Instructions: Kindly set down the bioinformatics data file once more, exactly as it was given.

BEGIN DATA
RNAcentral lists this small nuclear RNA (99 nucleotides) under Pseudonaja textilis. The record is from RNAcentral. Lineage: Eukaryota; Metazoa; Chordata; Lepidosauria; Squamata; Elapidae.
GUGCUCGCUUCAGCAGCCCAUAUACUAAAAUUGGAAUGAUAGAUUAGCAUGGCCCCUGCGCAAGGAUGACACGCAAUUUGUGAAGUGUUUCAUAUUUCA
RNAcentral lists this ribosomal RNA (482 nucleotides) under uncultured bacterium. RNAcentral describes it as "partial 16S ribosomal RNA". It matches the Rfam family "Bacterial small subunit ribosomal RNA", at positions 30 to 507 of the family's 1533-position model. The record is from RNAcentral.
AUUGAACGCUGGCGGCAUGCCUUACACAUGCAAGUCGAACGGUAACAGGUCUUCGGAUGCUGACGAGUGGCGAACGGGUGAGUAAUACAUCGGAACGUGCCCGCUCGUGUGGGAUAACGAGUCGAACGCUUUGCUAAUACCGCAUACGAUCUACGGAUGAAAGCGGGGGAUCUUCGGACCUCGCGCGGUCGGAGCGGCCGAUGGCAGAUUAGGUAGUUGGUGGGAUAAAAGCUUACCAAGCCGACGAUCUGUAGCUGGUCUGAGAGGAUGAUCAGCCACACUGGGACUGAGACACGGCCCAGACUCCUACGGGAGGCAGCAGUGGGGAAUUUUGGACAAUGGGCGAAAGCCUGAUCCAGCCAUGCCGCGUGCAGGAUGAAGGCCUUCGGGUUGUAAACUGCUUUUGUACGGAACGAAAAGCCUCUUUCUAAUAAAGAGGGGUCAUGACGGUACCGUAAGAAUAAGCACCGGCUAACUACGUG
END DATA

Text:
RNAcentral lists this small nuclear RNA (99 nucleotides) under Pseudonaja textilis. The record is from RNAcentral. Lineage: Eukaryota; Metazoa; Chordata; Lepidosauria; Squamata; Elapidae.
GUGCUCGCUUCAGCAGCCCAUAUACUAAAAUUGGAAUGAUAGAUUAGCAUGGCCCCUGCGCAAGGAUGACACGCAAUUUGUGAAGUGUUUCAUAUUUCA
RNAcentral lists this ribosomal RNA (482 nucleotides) under uncultured bacterium. RNAcentral describes it as "partial 16S ribosomal RNA". It matches the Rfam family "Bacterial small subunit ribosomal RNA", at positions 30 to 507 of the family's 1533-position model. The record is from RNAcentral.
AUUGAACGCUGGCGGCAUGCCUUACACAUGCAAGUCGAACGGUAACAGGUCUUCGGAUGCUGACGAGUGGCGAACGGGUGAGUAAUACAUCGGAACGUGCCCGCUCGUGUGGGAUAACGAGUCGAACGCUUUGCUAAUACCGCAUACGAUCUACGGAUGAAAGCGGGGGAUCUUCGGACCUCGCGCGGUCGGAGCGGCCGAUGGCAGAUUAGGUAGUUGGUGGGAUAAAAGCUUACCAAGCCGACGAUCUGUAGCUGGUCUGAGAGGAUGAUCAGCCACACUGGGACUGAGACACGGCCCAGACUCCUACGGGAGGCAGCAGUGGGGAAUUUUGGACAAUGGGCGAAAGCCUGAUCCAGCCAUGCCGCGUGCAGGAUGAAGGCCUUCGGGUUGUAAACUGCUUUUGUACGGAACGAAAAGCCUCUUUCUAAUAAAGAGGGGUCAUGACGGUACCGUAAGAAUAAGCACCGGCUAACUACGUG